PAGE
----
Most firms doing due diligence on potential targets will only do basic due diligence. They will focus on assuring financial valuation and risk assessment. Therefore, most PE firms will conduct standard IT due diligence, analyzing expense budgets, hardware and software capital assets, license and service contracts, and headcount/staffing. They will seek to understand IT architecture, as well as assess the network in terms of capability. Because it is top of mind, the due diligence effort will also heavily focus on cyber and network security, and the architecture built to protect the portfolio company and its data. Typically, they will declare the due diligence effort complete.

Beyond classical IT due diligence, most dealmakers try to understand their data assets once the deal has closed and they begin operating the acquired company. However, best practice says otherwise. To accelerate the data and analytics value creation curve, it really starts at data due diligence. Precise data due diligence serves as the foundation for portfolio data strategy, as well as uncovers hidden sources of potential and opportunistic strategic value. Doing data due diligence will give the PE firm and portfolio company a running start on data value creation once the deal has closed.

What should deal firms look for when doing data and analytics due diligence? Here are key areas and questions for investigation and analysis when investigating a target portfolio company.

 

Step 1: Determine the target company’s current overall approach to managing and analyzing its data.

Develop an understanding of the target company’s current approach to accessing and analyzing their data. Understanding their current approach will let you know the effort needed to accelerate potential data value creation.

  1. Does the target company have a comprehensive data strategy to transform the company into a data-driven enterprise?
  2. Does the company have a single source of truth for data, analytics, and reporting?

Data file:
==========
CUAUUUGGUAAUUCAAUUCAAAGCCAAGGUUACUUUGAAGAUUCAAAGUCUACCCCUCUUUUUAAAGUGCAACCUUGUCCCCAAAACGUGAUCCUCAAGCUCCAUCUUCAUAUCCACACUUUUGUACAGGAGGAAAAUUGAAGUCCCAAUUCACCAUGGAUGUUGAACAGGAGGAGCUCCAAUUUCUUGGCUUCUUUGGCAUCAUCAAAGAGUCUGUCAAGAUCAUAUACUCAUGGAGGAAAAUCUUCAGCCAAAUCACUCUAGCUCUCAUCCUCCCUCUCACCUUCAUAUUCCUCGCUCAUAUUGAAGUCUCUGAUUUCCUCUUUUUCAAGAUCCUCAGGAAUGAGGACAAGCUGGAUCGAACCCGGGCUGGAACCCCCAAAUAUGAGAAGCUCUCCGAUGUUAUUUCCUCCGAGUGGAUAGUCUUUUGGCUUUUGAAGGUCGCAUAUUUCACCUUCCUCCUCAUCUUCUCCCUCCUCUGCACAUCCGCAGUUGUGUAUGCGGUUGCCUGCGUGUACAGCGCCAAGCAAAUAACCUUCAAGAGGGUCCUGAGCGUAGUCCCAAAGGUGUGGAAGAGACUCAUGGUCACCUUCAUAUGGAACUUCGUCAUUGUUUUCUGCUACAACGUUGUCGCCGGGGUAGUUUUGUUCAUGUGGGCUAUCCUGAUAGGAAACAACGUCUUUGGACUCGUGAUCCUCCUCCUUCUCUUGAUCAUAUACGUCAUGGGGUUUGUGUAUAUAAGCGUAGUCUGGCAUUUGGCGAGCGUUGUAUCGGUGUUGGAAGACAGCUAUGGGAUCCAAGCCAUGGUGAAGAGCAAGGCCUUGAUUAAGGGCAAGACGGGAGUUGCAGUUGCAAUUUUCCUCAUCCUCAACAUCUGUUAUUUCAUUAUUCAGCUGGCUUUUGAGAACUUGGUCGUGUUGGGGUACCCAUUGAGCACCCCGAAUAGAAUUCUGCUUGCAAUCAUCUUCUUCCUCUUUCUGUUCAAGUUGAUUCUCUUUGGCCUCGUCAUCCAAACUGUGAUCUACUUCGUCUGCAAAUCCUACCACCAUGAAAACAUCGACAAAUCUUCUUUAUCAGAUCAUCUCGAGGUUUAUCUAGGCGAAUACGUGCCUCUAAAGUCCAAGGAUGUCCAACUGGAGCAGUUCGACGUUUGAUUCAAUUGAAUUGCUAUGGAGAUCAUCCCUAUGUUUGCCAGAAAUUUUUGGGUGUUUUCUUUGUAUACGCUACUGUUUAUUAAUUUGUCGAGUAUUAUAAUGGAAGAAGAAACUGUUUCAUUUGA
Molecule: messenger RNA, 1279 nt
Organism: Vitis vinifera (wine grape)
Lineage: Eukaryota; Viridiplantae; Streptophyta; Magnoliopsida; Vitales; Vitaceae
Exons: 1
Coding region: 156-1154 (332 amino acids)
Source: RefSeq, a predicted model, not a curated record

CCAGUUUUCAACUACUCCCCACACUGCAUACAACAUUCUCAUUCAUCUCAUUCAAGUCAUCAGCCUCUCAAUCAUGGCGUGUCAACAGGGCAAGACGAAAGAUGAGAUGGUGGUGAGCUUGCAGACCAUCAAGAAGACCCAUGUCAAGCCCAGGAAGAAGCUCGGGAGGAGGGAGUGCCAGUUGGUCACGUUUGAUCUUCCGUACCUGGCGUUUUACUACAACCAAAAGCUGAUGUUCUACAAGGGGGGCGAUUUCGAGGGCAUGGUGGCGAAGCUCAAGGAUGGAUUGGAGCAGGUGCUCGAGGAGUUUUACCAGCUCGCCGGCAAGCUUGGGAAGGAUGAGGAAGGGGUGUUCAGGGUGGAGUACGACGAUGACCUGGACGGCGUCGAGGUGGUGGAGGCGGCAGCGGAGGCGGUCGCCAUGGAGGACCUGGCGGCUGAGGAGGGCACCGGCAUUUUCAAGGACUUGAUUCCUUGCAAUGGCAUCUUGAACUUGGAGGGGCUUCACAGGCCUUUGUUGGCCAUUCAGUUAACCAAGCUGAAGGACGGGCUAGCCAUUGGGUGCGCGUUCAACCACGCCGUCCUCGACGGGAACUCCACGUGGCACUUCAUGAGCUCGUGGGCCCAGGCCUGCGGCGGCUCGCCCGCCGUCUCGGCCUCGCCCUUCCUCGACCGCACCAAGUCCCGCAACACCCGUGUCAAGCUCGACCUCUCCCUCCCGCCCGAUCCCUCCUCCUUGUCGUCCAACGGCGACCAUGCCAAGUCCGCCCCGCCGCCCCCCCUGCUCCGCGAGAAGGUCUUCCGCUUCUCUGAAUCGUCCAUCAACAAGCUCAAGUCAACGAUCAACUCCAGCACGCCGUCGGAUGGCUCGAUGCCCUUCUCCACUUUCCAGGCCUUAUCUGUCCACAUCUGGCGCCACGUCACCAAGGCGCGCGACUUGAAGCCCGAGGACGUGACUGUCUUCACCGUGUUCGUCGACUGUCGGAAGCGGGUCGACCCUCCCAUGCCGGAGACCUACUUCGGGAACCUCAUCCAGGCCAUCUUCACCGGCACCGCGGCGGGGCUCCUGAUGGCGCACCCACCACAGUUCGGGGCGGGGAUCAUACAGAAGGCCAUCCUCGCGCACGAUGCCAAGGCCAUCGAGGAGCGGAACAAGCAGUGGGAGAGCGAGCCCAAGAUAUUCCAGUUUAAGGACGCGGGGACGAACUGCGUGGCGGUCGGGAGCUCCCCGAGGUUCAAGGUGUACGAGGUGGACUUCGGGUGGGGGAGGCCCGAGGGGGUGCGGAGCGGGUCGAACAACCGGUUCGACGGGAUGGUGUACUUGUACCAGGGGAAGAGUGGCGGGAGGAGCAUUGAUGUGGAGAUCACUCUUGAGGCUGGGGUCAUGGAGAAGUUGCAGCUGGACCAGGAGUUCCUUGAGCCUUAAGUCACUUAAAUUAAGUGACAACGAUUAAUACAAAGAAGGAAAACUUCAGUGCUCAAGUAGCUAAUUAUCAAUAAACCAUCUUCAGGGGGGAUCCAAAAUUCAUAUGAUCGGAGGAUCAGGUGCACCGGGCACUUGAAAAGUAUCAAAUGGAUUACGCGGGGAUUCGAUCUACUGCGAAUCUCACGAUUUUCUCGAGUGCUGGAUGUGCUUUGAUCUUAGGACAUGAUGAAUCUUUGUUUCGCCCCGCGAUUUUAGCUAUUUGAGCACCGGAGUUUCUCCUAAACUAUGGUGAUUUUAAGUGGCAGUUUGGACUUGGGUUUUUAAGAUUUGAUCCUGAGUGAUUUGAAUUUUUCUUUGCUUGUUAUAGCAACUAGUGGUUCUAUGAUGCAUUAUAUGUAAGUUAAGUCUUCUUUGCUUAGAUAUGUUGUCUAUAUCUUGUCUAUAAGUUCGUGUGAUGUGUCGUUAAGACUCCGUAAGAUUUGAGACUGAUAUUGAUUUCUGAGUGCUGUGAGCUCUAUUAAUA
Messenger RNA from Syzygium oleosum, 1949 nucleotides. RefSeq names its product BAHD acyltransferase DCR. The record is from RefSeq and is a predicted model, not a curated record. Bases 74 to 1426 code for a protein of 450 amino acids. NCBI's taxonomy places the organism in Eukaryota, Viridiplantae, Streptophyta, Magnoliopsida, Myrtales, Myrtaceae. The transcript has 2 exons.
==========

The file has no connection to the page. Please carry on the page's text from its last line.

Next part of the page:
3. What is the target company’s usage of data-driven business decisions in operations, marketing, sales, and finance?
  4. What cloud services, architectures, and tools does the company use to manage its data?
  5. What is the on-prem data environment and architecture?
  6. What kind of cloud data and analytics proofs-of-concept does the company have in place to build out its capabilities?
  7. Has the company identified and implemented value prop use cases for data and analytics, realizing tangible ROI?
  8. Where is the target company on the data and analytics curve?

Step 2: Identify the data sources, what data they contain, and how clean the data is.

Data value depends on breadth and quality of the target company’s data and data sources. Document what the data sources are, what purpose they serve, how the target company currently integrates data sources for analytics, the existing security and data governance measures, and the overall quality of the data.

  1. Inventory all of the company’s data sources, including a data dictionary, size, physical and logical location, data architecture, data model, etc.
  2. How many of the data sources have an API for ETL (extract, transform, load) to pull data into the data warehouse?
  3. Does the target company have a data warehouse, and are all of its data sources feeding the data warehouse?
  4. How much history does each data source have? Obviously, the longer the history, the greater the value of the data source.